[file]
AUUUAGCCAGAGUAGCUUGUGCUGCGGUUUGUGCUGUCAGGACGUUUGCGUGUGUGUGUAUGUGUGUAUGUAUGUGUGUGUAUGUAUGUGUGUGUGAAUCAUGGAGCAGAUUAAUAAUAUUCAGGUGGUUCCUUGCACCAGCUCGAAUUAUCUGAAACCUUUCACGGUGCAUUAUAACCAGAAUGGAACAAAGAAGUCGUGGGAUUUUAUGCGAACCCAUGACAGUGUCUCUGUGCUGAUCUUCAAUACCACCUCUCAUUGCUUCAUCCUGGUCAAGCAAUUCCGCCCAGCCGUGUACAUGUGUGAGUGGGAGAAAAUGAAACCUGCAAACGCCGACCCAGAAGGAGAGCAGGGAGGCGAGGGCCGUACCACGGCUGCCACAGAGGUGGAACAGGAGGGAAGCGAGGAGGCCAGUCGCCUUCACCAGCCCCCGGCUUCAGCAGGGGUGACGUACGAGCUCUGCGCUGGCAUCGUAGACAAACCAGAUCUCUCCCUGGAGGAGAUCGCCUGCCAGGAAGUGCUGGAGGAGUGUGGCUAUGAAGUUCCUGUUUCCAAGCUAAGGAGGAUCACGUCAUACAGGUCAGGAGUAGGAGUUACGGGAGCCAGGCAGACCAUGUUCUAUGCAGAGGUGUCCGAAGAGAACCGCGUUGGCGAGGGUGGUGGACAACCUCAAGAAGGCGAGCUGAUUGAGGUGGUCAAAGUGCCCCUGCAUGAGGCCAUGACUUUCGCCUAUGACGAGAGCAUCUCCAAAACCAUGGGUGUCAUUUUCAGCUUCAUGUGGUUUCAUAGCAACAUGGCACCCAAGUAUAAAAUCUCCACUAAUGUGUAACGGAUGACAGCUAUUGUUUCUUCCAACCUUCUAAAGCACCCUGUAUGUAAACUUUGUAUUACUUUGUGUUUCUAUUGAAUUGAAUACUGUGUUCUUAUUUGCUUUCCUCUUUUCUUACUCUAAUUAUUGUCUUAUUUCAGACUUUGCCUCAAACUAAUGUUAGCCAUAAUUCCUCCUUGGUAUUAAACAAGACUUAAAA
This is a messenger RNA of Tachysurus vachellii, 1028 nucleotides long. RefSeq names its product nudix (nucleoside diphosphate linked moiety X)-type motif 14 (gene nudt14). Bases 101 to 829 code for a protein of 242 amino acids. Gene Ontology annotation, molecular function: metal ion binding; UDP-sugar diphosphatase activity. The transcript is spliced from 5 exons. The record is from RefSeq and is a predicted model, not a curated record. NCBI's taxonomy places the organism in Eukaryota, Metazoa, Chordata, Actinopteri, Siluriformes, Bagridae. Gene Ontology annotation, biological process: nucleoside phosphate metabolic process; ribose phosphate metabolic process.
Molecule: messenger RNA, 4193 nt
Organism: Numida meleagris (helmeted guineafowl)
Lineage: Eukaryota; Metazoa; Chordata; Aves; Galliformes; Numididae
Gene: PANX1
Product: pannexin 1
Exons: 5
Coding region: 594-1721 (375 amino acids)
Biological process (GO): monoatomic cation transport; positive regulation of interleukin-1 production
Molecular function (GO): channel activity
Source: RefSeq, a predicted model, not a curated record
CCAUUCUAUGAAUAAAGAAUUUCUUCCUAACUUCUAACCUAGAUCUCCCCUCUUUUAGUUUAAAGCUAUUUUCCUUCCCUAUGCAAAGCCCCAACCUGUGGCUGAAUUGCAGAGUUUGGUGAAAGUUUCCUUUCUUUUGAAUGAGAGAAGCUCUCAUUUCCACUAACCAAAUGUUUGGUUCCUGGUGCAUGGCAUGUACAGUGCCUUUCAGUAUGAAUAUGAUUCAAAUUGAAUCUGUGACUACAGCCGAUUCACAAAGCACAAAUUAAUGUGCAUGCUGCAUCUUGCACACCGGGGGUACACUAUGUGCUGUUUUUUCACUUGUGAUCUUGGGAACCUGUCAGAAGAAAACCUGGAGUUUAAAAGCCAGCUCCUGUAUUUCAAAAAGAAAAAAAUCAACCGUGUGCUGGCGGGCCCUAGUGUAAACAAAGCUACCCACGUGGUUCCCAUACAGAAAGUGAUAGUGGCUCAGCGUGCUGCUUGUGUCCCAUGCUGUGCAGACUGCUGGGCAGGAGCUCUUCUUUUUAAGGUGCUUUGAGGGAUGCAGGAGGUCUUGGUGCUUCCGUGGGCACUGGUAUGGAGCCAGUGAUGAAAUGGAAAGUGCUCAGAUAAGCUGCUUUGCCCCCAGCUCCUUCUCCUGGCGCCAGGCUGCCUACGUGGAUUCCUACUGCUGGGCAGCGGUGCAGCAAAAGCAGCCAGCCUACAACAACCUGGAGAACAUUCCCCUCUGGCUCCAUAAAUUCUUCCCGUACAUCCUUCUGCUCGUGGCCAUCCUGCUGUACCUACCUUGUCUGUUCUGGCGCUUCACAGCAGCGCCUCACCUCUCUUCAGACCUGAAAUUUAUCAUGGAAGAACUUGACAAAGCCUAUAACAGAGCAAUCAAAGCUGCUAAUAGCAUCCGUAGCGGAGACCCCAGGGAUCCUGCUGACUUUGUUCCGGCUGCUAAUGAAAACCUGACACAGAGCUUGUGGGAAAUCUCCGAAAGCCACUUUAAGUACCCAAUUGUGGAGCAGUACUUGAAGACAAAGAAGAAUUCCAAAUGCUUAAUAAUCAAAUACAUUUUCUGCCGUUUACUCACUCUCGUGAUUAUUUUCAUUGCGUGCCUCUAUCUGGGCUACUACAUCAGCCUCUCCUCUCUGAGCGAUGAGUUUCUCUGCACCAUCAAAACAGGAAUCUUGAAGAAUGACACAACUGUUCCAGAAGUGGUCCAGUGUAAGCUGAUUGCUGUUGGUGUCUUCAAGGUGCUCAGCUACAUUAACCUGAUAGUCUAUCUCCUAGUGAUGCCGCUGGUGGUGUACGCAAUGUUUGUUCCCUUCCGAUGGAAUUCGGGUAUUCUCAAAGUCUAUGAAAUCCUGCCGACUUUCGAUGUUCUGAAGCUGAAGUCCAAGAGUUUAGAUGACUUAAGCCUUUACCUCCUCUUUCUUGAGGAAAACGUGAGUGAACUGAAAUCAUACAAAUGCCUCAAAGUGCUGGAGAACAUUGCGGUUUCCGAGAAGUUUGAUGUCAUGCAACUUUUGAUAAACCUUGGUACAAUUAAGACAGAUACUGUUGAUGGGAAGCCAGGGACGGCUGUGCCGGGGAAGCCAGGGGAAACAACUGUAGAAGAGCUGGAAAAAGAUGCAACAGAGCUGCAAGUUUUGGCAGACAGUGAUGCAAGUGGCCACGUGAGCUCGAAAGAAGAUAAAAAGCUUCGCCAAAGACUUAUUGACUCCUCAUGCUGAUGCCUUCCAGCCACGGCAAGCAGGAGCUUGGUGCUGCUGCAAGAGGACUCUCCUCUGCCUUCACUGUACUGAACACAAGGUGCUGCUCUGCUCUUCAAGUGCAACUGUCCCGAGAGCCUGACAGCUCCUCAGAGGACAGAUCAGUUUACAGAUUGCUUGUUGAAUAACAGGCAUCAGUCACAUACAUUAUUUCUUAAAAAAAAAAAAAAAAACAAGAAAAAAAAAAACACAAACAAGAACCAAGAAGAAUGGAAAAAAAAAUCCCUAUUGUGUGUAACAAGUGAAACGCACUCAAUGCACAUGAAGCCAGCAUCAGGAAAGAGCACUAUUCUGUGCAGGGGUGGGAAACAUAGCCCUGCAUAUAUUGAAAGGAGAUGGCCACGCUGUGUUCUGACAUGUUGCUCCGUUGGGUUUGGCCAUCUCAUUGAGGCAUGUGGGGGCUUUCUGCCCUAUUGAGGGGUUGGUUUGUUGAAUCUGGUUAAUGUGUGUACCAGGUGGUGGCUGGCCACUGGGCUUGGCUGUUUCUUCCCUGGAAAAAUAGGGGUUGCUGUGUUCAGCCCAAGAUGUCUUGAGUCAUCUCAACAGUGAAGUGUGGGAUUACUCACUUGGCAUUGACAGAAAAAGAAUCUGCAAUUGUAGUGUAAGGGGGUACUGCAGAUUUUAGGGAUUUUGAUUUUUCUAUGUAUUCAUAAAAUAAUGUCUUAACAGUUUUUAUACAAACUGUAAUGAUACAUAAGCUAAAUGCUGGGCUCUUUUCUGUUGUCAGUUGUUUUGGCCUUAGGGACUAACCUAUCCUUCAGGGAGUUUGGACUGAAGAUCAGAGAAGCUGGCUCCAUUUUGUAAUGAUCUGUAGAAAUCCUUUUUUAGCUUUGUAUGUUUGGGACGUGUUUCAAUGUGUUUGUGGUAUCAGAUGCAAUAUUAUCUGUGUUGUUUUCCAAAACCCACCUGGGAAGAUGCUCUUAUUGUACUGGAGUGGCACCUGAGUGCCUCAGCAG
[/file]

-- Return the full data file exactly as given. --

AUUUAGCCAGAGUAGCUUGUGCUGCGGUUUGUGCUGUCAGGACGUUUGCGUGUGUGUGUAUGUGUGUAUGUAUGUGUGUGUAUGUAUGUGUGUGUGAAUCAUGGAGCAGAUUAAUAAUAUUCAGGUGGUUCCUUGCACCAGCUCGAAUUAUCUGAAACCUUUCACGGUGCAUUAUAACCAGAAUGGAACAAAGAAGUCGUGGGAUUUUAUGCGAACCCAUGACAGUGUCUCUGUGCUGAUCUUCAAUACCACCUCUCAUUGCUUCAUCCUGGUCAAGCAAUUCCGCCCAGCCGUGUACAUGUGUGAGUGGGAGAAAAUGAAACCUGCAAACGCCGACCCAGAAGGAGAGCAGGGAGGCGAGGGCCGUACCACGGCUGCCACAGAGGUGGAACAGGAGGGAAGCGAGGAGGCCAGUCGCCUUCACCAGCCCCCGGCUUCAGCAGGGGUGACGUACGAGCUCUGCGCUGGCAUCGUAGACAAACCAGAUCUCUCCCUGGAGGAGAUCGCCUGCCAGGAAGUGCUGGAGGAGUGUGGCUAUGAAGUUCCUGUUUCCAAGCUAAGGAGGAUCACGUCAUACAGGUCAGGAGUAGGAGUUACGGGAGCCAGGCAGACCAUGUUCUAUGCAGAGGUGUCCGAAGAGAACCGCGUUGGCGAGGGUGGUGGACAACCUCAAGAAGGCGAGCUGAUUGAGGUGGUCAAAGUGCCCCUGCAUGAGGCCAUGACUUUCGCCUAUGACGAGAGCAUCUCCAAAACCAUGGGUGUCAUUUUCAGCUUCAUGUGGUUUCAUAGCAACAUGGCACCCAAGUAUAAAAUCUCCACUAAUGUGUAACGGAUGACAGCUAUUGUUUCUUCCAACCUUCUAAAGCACCCUGUAUGUAAACUUUGUAUUACUUUGUGUUUCUAUUGAAUUGAAUACUGUGUUCUUAUUUGCUUUCCUCUUUUCUUACUCUAAUUAUUGUCUUAUUUCAGACUUUGCCUCAAACUAAUGUUAGCCAUAAUUCCUCCUUGGUAUUAAACAAGACUUAAAA
This is a messenger RNA of Tachysurus vachellii, 1028 nucleotides long. RefSeq names its product nudix (nucleoside diphosphate linked moiety X)-type motif 14 (gene nudt14). Bases 101 to 829 code for a protein of 242 amino acids. Gene Ontology annotation, molecular function: metal ion binding; UDP-sugar diphosphatase activity. The transcript is spliced from 5 exons. The record is from RefSeq and is a predicted model, not a curated record. NCBI's taxonomy places the organism in Eukaryota, Metazoa, Chordata, Actinopteri, Siluriformes, Bagridae. Gene Ontology annotation, biological process: nucleoside phosphate metabolic process; ribose phosphate metabolic process.
Molecule: messenger RNA, 4193 nt
Organism: Numida meleagris (helmeted guineafowl)
Lineage: Eukaryota; Metazoa; Chordata; Aves; Galliformes; Numididae
Gene: PANX1
Product: pannexin 1
Exons: 5
Coding region: 594-1721 (375 amino acids)
Biological process (GO): monoatomic cation transport; positive regulation of interleukin-1 production
Molecular function (GO): channel activity
Source: RefSeq, a predicted model, not a curated record
CCAUUCUAUGAAUAAAGAAUUUCUUCCUAACUUCUAACCUAGAUCUCCCCUCUUUUAGUUUAAAGCUAUUUUCCUUCCCUAUGCAAAGCCCCAACCUGUGGCUGAAUUGCAGAGUUUGGUGAAAGUUUCCUUUCUUUUGAAUGAGAGAAGCUCUCAUUUCCACUAACCAAAUGUUUGGUUCCUGGUGCAUGGCAUGUACAGUGCCUUUCAGUAUGAAUAUGAUUCAAAUUGAAUCUGUGACUACAGCCGAUUCACAAAGCACAAAUUAAUGUGCAUGCUGCAUCUUGCACACCGGGGGUACACUAUGUGCUGUUUUUUCACUUGUGAUCUUGGGAACCUGUCAGAAGAAAACCUGGAGUUUAAAAGCCAGCUCCUGUAUUUCAAAAAGAAAAAAAUCAACCGUGUGCUGGCGGGCCCUAGUGUAAACAAAGCUACCCACGUGGUUCCCAUACAGAAAGUGAUAGUGGCUCAGCGUGCUGCUUGUGUCCCAUGCUGUGCAGACUGCUGGGCAGGAGCUCUUCUUUUUAAGGUGCUUUGAGGGAUGCAGGAGGUCUUGGUGCUUCCGUGGGCACUGGUAUGGAGCCAGUGAUGAAAUGGAAAGUGCUCAGAUAAGCUGCUUUGCCCCCAGCUCCUUCUCCUGGCGCCAGGCUGCCUACGUGGAUUCCUACUGCUGGGCAGCGGUGCAGCAAAAGCAGCCAGCCUACAACAACCUGGAGAACAUUCCCCUCUGGCUCCAUAAAUUCUUCCCGUACAUCCUUCUGCUCGUGGCCAUCCUGCUGUACCUACCUUGUCUGUUCUGGCGCUUCACAGCAGCGCCUCACCUCUCUUCAGACCUGAAAUUUAUCAUGGAAGAACUUGACAAAGCCUAUAACAGAGCAAUCAAAGCUGCUAAUAGCAUCCGUAGCGGAGACCCCAGGGAUCCUGCUGACUUUGUUCCGGCUGCUAAUGAAAACCUGACACAGAGCUUGUGGGAAAUCUCCGAAAGCCACUUUAAGUACCCAAUUGUGGAGCAGUACUUGAAGACAAAGAAGAAUUCCAAAUGCUUAAUAAUCAAAUACAUUUUCUGCCGUUUACUCACUCUCGUGAUUAUUUUCAUUGCGUGCCUCUAUCUGGGCUACUACAUCAGCCUCUCCUCUCUGAGCGAUGAGUUUCUCUGCACCAUCAAAACAGGAAUCUUGAAGAAUGACACAACUGUUCCAGAAGUGGUCCAGUGUAAGCUGAUUGCUGUUGGUGUCUUCAAGGUGCUCAGCUACAUUAACCUGAUAGUCUAUCUCCUAGUGAUGCCGCUGGUGGUGUACGCAAUGUUUGUUCCCUUCCGAUGGAAUUCGGGUAUUCUCAAAGUCUAUGAAAUCCUGCCGACUUUCGAUGUUCUGAAGCUGAAGUCCAAGAGUUUAGAUGACUUAAGCCUUUACCUCCUCUUUCUUGAGGAAAACGUGAGUGAACUGAAAUCAUACAAAUGCCUCAAAGUGCUGGAGAACAUUGCGGUUUCCGAGAAGUUUGAUGUCAUGCAACUUUUGAUAAACCUUGGUACAAUUAAGACAGAUACUGUUGAUGGGAAGCCAGGGACGGCUGUGCCGGGGAAGCCAGGGGAAACAACUGUAGAAGAGCUGGAAAAAGAUGCAACAGAGCUGCAAGUUUUGGCAGACAGUGAUGCAAGUGGCCACGUGAGCUCGAAAGAAGAUAAAAAGCUUCGCCAAAGACUUAUUGACUCCUCAUGCUGAUGCCUUCCAGCCACGGCAAGCAGGAGCUUGGUGCUGCUGCAAGAGGACUCUCCUCUGCCUUCACUGUACUGAACACAAGGUGCUGCUCUGCUCUUCAAGUGCAACUGUCCCGAGAGCCUGACAGCUCCUCAGAGGACAGAUCAGUUUACAGAUUGCUUGUUGAAUAACAGGCAUCAGUCACAUACAUUAUUUCUUAAAAAAAAAAAAAAAAACAAGAAAAAAAAAAACACAAACAAGAACCAAGAAGAAUGGAAAAAAAAAUCCCUAUUGUGUGUAACAAGUGAAACGCACUCAAUGCACAUGAAGCCAGCAUCAGGAAAGAGCACUAUUCUGUGCAGGGGUGGGAAACAUAGCCCUGCAUAUAUUGAAAGGAGAUGGCCACGCUGUGUUCUGACAUGUUGCUCCGUUGGGUUUGGCCAUCUCAUUGAGGCAUGUGGGGGCUUUCUGCCCUAUUGAGGGGUUGGUUUGUUGAAUCUGGUUAAUGUGUGUACCAGGUGGUGGCUGGCCACUGGGCUUGGCUGUUUCUUCCCUGGAAAAAUAGGGGUUGCUGUGUUCAGCCCAAGAUGUCUUGAGUCAUCUCAACAGUGAAGUGUGGGAUUACUCACUUGGCAUUGACAGAAAAAGAAUCUGCAAUUGUAGUGUAAGGGGGUACUGCAGAUUUUAGGGAUUUUGAUUUUUCUAUGUAUUCAUAAAAUAAUGUCUUAACAGUUUUUAUACAAACUGUAAUGAUACAUAAGCUAAAUGCUGGGCUCUUUUCUGUUGUCAGUUGUUUUGGCCUUAGGGACUAACCUAUCCUUCAGGGAGUUUGGACUGAAGAUCAGAGAAGCUGGCUCCAUUUUGUAAUGAUCUGUAGAAAUCCUUUUUUAGCUUUGUAUGUUUGGGACGUGUUUCAAUGUGUUUGUGGUAUCAGAUGCAAUAUUAUCUGUGUUGUUUUCCAAAACCCACCUGGGAAGAUGCUCUUAUUGUACUGGAGUGGCACCUGAGUGCCUCAGCAG